• Teresa Xie


This week I was in the mood for a short film, as I usually don’t find myself engaging with this medium of art as much as I would like to. Short films are difficult to execute, in that it takes a great level of expertise to pack a story into a run time of less than 20 minutes (usually), without making the story too bare or overdone. Although there were many animated films and features to choose from, I came across Walk, Run, Cha-Cha, as its thumbnail caught my eye. It showed an older-looking Asian couple holding each other intimately in front of a bright backdrop of a dance floor. I was intrigued.

Directed by Laura Nix of The New York Times, Walk, Run, Cha-Cha follows Millie and Paul Cao, a couple now in their 60s, who met as teenagers in Vietnam. However, their story was interrupted by the Vietnam War, when Paul risked it all to escape Vietnam and immigrate to America as a refugee. After being apart for 6 years, the two were finally reunited in America and got married. They rekindled their love through dance. The documentary’s integration of interviews with Millie and Paul, as well as the clips of them performing, make this film one of the purest stories I have ever seen.

Dance serves as a way for Millie and Paul to start over, day by day, to recreate and reinvent themselves. Often, people have great difficulty with the idea of reinvention, as it is terrifying to imagine letting go of such familiarity, whatever it may be. However, the Caos thrive off of exploring uncharted territory, igniting a passion that has always grounded their relationship and now, their life in America. In the film, Millie says that her day job is as an auditor, and that none of her coworkers could ever imagine her dancing. Paul says that he is an engineer. However, when we see the two dance, those identifiers completely dissolve. “Motion leads to emotion,” a dance assistant directs Paul. “Motion leads to emotion,” he repeats, taking this advice to heart.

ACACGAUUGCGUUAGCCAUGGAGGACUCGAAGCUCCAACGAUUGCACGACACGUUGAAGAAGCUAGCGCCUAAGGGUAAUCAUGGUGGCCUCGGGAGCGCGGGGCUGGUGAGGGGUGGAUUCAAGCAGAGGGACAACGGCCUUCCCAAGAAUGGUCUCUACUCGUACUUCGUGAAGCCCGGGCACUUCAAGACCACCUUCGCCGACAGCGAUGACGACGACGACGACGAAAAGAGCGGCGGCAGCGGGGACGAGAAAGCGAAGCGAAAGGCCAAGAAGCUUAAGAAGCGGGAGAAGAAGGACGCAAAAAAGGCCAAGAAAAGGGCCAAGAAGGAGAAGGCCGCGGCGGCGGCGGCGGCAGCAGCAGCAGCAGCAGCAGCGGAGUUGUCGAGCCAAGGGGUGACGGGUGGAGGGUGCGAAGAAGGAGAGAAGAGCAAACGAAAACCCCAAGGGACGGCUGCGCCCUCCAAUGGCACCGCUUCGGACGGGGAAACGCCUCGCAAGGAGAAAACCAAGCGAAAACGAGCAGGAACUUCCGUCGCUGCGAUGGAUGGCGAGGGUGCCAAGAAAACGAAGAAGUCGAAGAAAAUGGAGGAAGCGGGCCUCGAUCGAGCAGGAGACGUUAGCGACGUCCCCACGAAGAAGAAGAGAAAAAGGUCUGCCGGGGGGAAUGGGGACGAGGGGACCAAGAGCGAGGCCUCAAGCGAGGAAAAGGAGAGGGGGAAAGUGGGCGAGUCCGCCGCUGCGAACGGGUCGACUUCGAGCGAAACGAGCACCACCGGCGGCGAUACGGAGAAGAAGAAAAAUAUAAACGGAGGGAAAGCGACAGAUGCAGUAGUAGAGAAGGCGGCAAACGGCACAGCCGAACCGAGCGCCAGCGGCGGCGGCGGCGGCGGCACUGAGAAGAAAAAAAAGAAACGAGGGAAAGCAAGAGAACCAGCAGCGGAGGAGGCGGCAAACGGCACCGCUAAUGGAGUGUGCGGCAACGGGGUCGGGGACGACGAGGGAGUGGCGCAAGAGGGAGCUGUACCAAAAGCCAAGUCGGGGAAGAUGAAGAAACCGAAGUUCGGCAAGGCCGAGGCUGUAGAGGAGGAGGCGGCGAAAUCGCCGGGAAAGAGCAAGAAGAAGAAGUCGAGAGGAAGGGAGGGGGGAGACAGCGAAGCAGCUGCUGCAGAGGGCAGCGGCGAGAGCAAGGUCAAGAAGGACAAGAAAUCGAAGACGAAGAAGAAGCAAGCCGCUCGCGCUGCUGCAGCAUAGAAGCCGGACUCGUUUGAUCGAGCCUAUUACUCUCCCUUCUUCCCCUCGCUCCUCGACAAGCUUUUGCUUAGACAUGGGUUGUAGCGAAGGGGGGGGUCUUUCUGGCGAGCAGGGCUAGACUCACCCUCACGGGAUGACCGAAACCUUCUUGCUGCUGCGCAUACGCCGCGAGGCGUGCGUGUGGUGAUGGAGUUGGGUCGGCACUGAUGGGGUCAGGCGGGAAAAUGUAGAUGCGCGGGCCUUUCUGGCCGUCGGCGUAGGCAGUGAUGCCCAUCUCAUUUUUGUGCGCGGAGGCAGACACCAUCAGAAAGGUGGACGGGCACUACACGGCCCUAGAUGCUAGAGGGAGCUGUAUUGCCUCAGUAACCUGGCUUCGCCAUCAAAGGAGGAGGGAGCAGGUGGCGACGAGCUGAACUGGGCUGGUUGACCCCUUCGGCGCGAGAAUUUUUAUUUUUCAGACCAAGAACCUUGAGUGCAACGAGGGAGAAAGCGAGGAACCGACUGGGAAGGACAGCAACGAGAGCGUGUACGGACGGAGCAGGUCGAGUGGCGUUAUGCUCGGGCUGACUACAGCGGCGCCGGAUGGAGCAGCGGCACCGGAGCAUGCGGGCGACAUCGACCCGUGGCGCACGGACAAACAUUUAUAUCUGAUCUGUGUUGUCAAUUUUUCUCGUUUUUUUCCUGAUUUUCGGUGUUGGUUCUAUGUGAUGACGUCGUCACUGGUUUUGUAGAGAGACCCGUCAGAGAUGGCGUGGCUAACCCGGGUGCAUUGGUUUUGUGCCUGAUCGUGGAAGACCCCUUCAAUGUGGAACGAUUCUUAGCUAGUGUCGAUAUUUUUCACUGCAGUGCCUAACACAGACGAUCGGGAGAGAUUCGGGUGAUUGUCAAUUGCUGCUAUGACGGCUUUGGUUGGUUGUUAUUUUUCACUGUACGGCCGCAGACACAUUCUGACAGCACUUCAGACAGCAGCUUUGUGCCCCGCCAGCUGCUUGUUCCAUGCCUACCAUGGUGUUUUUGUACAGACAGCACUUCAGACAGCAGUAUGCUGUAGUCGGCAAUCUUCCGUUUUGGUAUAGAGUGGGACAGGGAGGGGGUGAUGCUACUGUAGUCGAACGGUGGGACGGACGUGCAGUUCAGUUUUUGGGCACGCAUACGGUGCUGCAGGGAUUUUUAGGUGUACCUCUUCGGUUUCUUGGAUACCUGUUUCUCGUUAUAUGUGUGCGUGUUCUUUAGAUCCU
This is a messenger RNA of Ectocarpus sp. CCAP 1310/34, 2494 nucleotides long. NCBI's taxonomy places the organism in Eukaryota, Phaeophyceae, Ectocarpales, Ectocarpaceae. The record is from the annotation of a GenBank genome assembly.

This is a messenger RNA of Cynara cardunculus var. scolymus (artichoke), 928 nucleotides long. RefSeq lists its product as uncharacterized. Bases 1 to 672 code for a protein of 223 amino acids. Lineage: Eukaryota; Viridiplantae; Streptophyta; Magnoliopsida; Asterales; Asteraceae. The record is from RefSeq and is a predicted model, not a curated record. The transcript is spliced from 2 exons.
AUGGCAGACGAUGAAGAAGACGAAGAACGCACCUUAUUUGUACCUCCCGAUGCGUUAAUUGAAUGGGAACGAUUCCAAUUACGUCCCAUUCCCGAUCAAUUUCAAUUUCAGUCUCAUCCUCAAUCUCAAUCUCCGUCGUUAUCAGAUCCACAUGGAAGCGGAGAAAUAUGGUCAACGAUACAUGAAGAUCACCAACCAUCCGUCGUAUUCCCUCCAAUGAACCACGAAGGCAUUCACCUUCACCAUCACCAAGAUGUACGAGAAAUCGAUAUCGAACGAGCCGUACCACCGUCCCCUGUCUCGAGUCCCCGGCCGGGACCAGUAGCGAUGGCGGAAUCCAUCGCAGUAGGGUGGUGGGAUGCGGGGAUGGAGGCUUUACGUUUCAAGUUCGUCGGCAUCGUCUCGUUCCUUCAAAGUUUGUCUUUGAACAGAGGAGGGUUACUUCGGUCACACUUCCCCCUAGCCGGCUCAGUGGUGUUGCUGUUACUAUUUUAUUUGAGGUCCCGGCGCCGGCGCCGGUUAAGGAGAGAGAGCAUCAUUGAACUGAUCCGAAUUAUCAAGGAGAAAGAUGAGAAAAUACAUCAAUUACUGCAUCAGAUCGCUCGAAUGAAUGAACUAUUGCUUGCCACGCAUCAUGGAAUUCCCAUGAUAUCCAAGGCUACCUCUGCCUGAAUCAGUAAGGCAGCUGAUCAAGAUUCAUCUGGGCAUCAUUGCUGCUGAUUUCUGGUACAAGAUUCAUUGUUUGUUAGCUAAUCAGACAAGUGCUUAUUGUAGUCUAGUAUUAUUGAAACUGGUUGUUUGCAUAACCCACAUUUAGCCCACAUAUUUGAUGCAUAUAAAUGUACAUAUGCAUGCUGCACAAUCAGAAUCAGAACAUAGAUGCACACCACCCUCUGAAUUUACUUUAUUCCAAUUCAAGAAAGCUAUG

Director Laura Nix does an excellent job of allowing the audience to connect with Millie and Paul, whose natural engagements carry the documentary. When it comes to humanizing people through film, I’ve found the most powerful elements lie in the little things: someone’s gaze as they stare off in the distance, the grace of their arms falling to the side while dancing, the tremble in their voice as they speak. The deep connection between Millie and Paul can be seen in these same little giveaways, from the way their bodies fluidly carry each other, to Millie’s heartbreaking description of their lives apart for more than six years.

I hope that Walk, Run, Cha-Cha allows people to recognize how often we group people into common identifiers, and fail to really ever know the stories of most who walk this earth. At a glance, Millie and Paul are two Vietnamese immigrants who live in suburban Los Angeles. They could be your neighbors or the two people you’ve seen in the grocery store. However, their story is one of such incredible strife and hope, and would have never been shared amongst an unknowing audience if director Laura Nix was not a student in their dance class. At just a little over 20 minutes, Walk, Run, Cha-Cha is a refreshing must-see. It made me feel hopeful for the future while in a time of deep uncertainty, as I found myself engrossed in Millie and Paul’s deeply heartwarming and uplifting story. For the Caos to pursue and excel in such a vulnerable art form in a country that often makes immigrants feel like outsiders, is true courage.

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